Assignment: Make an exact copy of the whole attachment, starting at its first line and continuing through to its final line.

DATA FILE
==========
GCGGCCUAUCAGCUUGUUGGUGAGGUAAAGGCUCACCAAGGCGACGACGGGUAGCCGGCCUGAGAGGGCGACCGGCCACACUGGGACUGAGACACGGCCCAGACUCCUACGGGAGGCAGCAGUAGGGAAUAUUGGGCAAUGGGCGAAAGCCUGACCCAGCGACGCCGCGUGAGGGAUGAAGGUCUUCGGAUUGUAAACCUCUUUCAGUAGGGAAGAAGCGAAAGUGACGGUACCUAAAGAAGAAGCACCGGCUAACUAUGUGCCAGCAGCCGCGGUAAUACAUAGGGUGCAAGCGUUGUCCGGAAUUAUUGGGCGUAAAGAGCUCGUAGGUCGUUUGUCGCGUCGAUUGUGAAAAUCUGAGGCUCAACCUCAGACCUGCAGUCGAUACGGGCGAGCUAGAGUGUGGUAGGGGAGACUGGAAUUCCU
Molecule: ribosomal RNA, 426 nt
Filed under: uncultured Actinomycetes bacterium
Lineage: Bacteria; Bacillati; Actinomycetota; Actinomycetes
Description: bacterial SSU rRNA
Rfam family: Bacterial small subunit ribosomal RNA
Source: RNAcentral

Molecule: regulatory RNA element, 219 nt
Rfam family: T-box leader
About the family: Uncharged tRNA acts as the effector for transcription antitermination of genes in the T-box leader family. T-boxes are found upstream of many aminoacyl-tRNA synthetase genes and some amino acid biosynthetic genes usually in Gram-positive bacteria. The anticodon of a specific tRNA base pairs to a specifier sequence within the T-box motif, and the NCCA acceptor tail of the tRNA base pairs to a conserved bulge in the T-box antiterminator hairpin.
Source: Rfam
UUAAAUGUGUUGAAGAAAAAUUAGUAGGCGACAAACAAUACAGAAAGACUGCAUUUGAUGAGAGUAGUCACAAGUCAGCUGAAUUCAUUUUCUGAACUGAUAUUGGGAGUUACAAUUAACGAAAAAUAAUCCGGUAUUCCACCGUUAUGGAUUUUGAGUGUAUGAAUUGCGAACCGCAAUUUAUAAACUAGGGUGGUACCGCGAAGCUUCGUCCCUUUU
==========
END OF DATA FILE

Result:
GCGGCCUAUCAGCUUGUUGGUGAGGUAAAGGCUCACCAAGGCGACGACGGGUAGCCGGCCUGAGAGGGCGACCGGCCACACUGGGACUGAGACACGGCCCAGACUCCUACGGGAGGCAGCAGUAGGGAAUAUUGGGCAAUGGGCGAAAGCCUGACCCAGCGACGCCGCGUGAGGGAUGAAGGUCUUCGGAUUGUAAACCUCUUUCAGUAGGGAAGAAGCGAAAGUGACGGUACCUAAAGAAGAAGCACCGGCUAACUAUGUGCCAGCAGCCGCGGUAAUACAUAGGGUGCAAGCGUUGUCCGGAAUUAUUGGGCGUAAAGAGCUCGUAGGUCGUUUGUCGCGUCGAUUGUGAAAAUCUGAGGCUCAACCUCAGACCUGCAGUCGAUACGGGCGAGCUAGAGUGUGGUAGGGGAGACUGGAAUUCCU
Molecule: ribosomal RNA, 426 nt
Filed under: uncultured Actinomycetes bacterium
Lineage: Bacteria; Bacillati; Actinomycetota; Actinomycetes
Description: bacterial SSU rRNA
Rfam family: Bacterial small subunit ribosomal RNA
Source: RNAcentral

Molecule: regulatory RNA element, 219 nt
Rfam family: T-box leader
About the family: Uncharged tRNA acts as the effector for transcription antitermination of genes in the T-box leader family. T-boxes are found upstream of many aminoacyl-tRNA synthetase genes and some amino acid biosynthetic genes usually in Gram-positive bacteria. The anticodon of a specific tRNA base pairs to a specifier sequence within the T-box motif, and the NCCA acceptor tail of the tRNA base pairs to a conserved bulge in the T-box antiterminator hairpin.
Source: Rfam
UUAAAUGUGUUGAAGAAAAAUUAGUAGGCGACAAACAAUACAGAAAGACUGCAUUUGAUGAGAGUAGUCACAAGUCAGCUGAAUUCAUUUUCUGAACUGAUAUUGGGAGUUACAAUUAACGAAAAAUAAUCCGGUAUUCCACCGUUAUGGAUUUUGAGUGUAUGAAUUGCGAACCGCAAUUUAUAAACUAGGGUGGUACCGCGAAGCUUCGUCCCUUUU